Over the last ten years, central banks around the world have cut interest rates and boosted their quantitative easing (QE) programmes to historic levels. But we are now seeing some signs of a change in momentum as they start down the long road to normalising monetary policy.
The US Federal Reserve (Fed) is leading the way. Three (albeit modest) interest rate rises were made in 2017, with one so far in 2018 and two or three more expected later this year. In addition, Janet Yellen (Jerome Powell’s predecessor in the Fed’s hot-seat) oversaw the start of QE tapering last autumn. Tapering – the reduction in the scale of the central bank’s bond purchases – has now started to accelerate. So, is this a sign of things to come in the UK?
Mark Carney’s interest rate conundrum
Having all but promised a May rate hike, the Monetary Policy Committee (MPC) held fire. Members voted 7-2 against, citing disruption to economic growth from the ‘Beast from the East’. Bank of England (BoE) Chairman Mark Carney has been dubbed the ‘unreliable boyfriend’ by commentators due to past tendencies to not deliver on promises.
However, we believe the decision this time seems sensible.
In the US, the Fed has been able to make changes due to the strong economy. The UK isn’t on such stable economic footing, making life more difficult for policy makers. Growth has fallen from 0.4% in Q4 to 0.1% in Q1; the poorest reading since Q4 2012.
Although Mr Carney has stated his rate rise intentions in the past, he has also reiterated his commitment to paying attention to data and being open to altering his opinion accordingly. Some may see this as flip-flopping, but we think it’s difficult to make a convincing case for a rate hike given the backdrop.
So it looks like the can is being kicked down the road at the moment. Even if we do see a 0.25% increase later this year, we don’t see significant rate changes occurring any time soon.
Winding down QE
With QE never having been implemented on this scale before, there’s no blue print to follow to bring balance sheets back down. Janet Yellen claimed that it would be ‘like watching paint dry’ in an attempt to convince markets that quantitative tightening (QT) – the process of reversing previous QE measures – is a non-issue. Pleasingly for the Fed, markets have so far taken the initial tapering steps in their stride.
This has been helped by the Fed’s clear communication; something central bankers have been especially concerned about since 2013’s ‘Taper Tantrum’ sent US treasury yields surging.
For the BoE, we don’t see tapering on the immediate horizon. At May’s MPC meeting, members voted unanimously to maintain bond purchases at current levels and they have not flagged plans for changes any time soon.
Given that unexpected announcements tend to cause significant market disruption, we believe it’s highly unlikely they would risk rocking the boat. Instead we think that when the time comes, their plans will be clearly signposted well in advance.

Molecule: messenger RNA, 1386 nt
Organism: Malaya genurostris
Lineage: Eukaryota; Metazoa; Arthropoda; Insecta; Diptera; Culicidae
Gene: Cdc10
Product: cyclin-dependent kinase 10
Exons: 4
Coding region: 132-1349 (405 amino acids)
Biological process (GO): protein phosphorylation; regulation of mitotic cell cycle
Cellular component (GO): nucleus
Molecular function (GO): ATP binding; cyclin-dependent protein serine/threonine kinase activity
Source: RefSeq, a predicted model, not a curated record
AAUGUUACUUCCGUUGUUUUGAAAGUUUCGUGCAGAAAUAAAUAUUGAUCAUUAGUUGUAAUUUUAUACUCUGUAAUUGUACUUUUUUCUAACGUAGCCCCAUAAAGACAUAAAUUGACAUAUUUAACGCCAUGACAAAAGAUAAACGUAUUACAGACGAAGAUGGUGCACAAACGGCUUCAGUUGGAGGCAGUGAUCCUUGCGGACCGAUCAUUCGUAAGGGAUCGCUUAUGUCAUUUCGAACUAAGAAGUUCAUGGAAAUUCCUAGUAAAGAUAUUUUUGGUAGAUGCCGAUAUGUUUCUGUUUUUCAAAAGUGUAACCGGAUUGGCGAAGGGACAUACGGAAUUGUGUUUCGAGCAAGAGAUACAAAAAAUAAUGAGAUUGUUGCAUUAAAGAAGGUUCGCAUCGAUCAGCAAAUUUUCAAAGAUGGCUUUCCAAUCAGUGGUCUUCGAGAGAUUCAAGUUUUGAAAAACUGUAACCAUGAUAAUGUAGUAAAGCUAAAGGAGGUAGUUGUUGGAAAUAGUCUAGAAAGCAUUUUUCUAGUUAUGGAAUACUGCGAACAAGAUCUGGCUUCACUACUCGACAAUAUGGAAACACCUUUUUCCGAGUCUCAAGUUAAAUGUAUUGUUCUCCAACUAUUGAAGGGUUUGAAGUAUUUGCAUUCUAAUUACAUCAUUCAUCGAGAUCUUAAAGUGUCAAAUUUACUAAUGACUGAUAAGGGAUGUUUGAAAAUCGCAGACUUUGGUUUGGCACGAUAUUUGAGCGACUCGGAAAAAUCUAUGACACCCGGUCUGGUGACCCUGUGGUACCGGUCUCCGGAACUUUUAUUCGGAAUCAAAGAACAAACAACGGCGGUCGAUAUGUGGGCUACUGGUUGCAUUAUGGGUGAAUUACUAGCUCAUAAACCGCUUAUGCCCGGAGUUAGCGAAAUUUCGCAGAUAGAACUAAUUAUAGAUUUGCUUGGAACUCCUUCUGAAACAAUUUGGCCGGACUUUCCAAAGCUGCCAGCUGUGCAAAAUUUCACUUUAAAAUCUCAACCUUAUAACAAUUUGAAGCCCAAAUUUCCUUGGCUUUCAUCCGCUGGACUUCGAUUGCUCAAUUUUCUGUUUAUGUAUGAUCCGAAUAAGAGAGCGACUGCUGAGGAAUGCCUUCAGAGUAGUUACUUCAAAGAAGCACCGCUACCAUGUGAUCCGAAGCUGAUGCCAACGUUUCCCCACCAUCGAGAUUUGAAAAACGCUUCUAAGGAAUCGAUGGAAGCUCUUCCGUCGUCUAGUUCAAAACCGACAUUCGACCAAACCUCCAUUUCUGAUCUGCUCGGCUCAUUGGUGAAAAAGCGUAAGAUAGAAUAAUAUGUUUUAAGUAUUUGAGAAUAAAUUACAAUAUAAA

Risk for markets?
One thing’s certain – markets don’t like surprises. At the moment we don’t anticipate the BoE blindsiding investors with any shock announcements. It would likely take a very significant change in economic data to alter members’ cautious stance, especially given the MPC’s dovish tendencies.
The Fed’s tapering programme does carry greater potential to upset investors further down the line though, especially given the US’ global influence. Although markets have so far taken well to tapering, there’s the possibility that investors have become slightly complacent.
By keeping bond yields low, QE has changed the investing environment hugely, pushing yield-hungry investors out on the risk spectrum. Once the pace of withdrawals ramps up and liquidity tightens further, it’s certainly possible markets could become volatile as investors adjust to the new environment.
Having said this, we think there are other risks which have greater potential to upset investors.
Managing the threat
We don’t see tapering as an immediate threat but are instead more focused on interest rate risk. This is something we are conscious of, mainly for the US. The strength of the US economy has led to fears of inflationary pressure forcing the Fed into increasing interest rates quicker than targeted. This could definitely rock the boat and we had a taste of it in February thanks to unexpectedly strong US jobs data. Our company view is therefore to be slightly underweight exposure to interest rate risk in our bond holdings.
The key word is still diversification to spread the risk of unexpected shocks to asset classes. Although we are wary of interest rate risk, we think it’s still beneficial to hold some assets with exposure to this risk. If we see an unexpected increase in equity market volatility, holding a combination of government and corporate bonds should provide protection to portfolios.
Sheldon MacDonald, Deputy Chief Investment Officer
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